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  • When we talk about gangster flicks of the early '30s certain actors immediately spring to mind: Jimmy Cagney, Edward G. Robinson, George Raft, Paul Muni. (Muni played a gangster only once in the Pre-Code era, but that performance was unforgettable.) One name seldom if ever mentioned is Spencer Tracy. He played a mob boss twice -- that is, twice as often as Muni did -- and yet he isn't usually associated with the genre. Perhaps this was because he worked for the Fox Studio, not Warner Bros. Many of the early talkies produced at Fox are scarce or missing entirely, largely due to a 1937 vault explosion which destroyed much of the studio's output. Tracy's two crime films survive but are seldom screened. He first played a racketeer in the underrated Quick Millions in 1931, and two years later portrayed mob boss Ed Carson in The Mad Game. The latter, long out of circulation, was recently restored and has been screened at the Museum of Modern Art to packed houses.

    Ed Carson is a "beer baron," a successful bootlegger. His gang does the dirty work while Carson lives the high life. He has a beautiful mistress and a seemingly dedicated lawyer who fends off trouble. Ed enjoys seeing his picture in the papers, and has a friendly relationship with reporter named Jane Lee (Claire Trevor), who has a soft spot for him. But as Prohibition comes to an end, everything changes. Carson's lieutenant Chopper Allen (J. Carrol Naish) proposes the gang take up kidnapping as a new racket, but for personal reasons Carson opposes this vehemently. Before he knows what is happening Ed is betrayed by his supposed allies and lands in prison. There he reforms, and when the nation is hit with a wave of kidnappings - many of them masterminded by Chopper Allen and pulled off by Ed's former gang - he volunteers to help. After his facial features are altered by plastic surgery, Carson is released under an assumed identity and goes undercover to break his former mob.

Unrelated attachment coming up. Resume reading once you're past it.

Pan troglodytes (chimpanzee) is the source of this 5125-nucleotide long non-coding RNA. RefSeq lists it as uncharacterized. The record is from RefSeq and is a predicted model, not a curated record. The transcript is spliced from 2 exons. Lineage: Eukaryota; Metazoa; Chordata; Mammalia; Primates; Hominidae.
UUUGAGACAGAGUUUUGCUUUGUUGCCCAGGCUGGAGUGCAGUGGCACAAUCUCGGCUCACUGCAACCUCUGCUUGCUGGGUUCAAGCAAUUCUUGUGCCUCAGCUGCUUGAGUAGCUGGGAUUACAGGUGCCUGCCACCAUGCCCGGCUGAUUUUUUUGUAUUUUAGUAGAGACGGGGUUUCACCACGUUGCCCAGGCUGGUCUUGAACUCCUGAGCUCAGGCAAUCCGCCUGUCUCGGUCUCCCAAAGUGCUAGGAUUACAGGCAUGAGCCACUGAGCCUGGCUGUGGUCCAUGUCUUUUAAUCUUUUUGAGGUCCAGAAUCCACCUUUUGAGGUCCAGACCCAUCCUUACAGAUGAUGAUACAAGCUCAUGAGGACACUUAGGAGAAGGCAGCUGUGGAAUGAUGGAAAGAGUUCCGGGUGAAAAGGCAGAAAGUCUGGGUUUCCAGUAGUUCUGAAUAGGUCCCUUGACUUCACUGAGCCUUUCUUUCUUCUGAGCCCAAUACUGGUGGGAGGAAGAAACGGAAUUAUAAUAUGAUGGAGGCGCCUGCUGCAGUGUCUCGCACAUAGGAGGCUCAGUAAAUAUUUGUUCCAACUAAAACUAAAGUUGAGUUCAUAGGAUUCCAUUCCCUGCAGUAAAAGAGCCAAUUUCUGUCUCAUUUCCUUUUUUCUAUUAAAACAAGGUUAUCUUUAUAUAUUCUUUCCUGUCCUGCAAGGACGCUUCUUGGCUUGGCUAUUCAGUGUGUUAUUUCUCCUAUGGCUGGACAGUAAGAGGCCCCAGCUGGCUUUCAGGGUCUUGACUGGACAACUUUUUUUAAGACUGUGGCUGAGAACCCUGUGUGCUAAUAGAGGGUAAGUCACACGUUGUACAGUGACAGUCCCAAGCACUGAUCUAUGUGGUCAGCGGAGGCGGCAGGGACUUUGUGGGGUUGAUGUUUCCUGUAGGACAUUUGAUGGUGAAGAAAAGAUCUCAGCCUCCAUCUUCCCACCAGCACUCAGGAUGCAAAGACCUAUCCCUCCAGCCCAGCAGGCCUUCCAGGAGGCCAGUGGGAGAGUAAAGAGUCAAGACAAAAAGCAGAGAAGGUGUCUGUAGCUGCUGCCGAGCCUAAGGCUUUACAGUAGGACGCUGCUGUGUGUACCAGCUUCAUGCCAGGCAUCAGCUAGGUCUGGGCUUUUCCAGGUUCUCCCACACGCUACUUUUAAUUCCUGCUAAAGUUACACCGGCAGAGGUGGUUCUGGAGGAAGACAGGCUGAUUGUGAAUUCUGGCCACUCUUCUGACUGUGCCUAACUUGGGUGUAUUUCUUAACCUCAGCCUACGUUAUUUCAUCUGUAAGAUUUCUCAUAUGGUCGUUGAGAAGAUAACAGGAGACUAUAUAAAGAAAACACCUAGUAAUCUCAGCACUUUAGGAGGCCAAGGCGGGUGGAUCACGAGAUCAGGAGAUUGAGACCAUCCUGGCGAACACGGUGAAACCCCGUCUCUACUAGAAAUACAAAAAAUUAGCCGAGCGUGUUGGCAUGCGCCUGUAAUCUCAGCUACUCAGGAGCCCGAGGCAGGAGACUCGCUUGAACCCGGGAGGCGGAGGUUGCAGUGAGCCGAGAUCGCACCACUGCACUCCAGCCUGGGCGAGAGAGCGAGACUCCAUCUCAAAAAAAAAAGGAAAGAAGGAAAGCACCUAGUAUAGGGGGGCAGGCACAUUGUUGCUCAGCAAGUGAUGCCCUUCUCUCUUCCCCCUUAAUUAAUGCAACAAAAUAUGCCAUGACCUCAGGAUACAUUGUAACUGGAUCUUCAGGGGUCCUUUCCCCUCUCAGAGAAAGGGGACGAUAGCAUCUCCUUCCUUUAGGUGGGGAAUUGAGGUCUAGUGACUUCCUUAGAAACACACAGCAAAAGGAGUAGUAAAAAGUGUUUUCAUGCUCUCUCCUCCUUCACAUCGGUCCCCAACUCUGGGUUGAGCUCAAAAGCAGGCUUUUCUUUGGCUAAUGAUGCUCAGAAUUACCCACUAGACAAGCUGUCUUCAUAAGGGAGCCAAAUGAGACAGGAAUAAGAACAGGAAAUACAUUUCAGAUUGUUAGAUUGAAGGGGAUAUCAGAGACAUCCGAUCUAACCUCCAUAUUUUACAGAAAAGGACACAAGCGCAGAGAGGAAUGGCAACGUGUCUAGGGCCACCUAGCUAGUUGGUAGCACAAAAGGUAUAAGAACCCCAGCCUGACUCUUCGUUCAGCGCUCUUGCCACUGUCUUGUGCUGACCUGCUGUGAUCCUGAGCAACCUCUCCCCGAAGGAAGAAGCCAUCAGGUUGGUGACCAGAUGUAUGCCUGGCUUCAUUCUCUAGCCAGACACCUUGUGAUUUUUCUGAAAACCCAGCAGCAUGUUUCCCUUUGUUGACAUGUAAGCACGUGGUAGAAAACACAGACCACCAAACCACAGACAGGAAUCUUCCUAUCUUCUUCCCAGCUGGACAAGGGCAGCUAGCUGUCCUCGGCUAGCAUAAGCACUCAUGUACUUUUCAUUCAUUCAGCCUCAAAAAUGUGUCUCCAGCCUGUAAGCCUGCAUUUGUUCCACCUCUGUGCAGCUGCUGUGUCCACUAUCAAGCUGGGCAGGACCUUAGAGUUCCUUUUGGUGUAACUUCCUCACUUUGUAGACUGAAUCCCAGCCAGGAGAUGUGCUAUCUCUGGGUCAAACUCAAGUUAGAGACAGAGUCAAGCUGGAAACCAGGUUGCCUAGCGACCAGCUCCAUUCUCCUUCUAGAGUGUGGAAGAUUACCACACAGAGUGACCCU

This is the kind of fare we tend to associate with Warner Bros., not only because of the gangland element but because it boasts that ripped-from-the-headlines topical quality, as it was made at a time when high profile kidnappings were frequently in the news. And like those WB classics, The Mad Game offers vivid performances and sharp production values, and moves at a brisk tempo. Director Irving Cummings manages to avoid cliché with some imaginative touches, especially in one sequence when he conveys the information that two key characters have been bumped off with a visual flourish reminiscent of the best silent dramas.

    Spencer Tracy, young and energetic, plays Carson with his customary intensity. We know from the beginning that, although he's said to be ruthless, there is integrity buried deep inside which may yet emerge. It does so when his right-hand man "Chopper" (Naish is downright scary in this role) takes over his gang. And when Carson reforms, we believe it. Claire Trevor, in one of her first Hollywood roles, makes a strong impression. Her Jane Lee is self-sufficient and smart, but also warm; you can see why the mobsters trust her. And there are a number of other notable players in support, including Ralph Morgan, gorgeous Kathleen Burke, and the underrated John Davidson as an exhausted, corrupt doctor, a man who is almost catatonic, yet who serves underworld clients for reasons unknown. While Tracy and Trevor are the standouts, there is no shortage of top drawer talent here.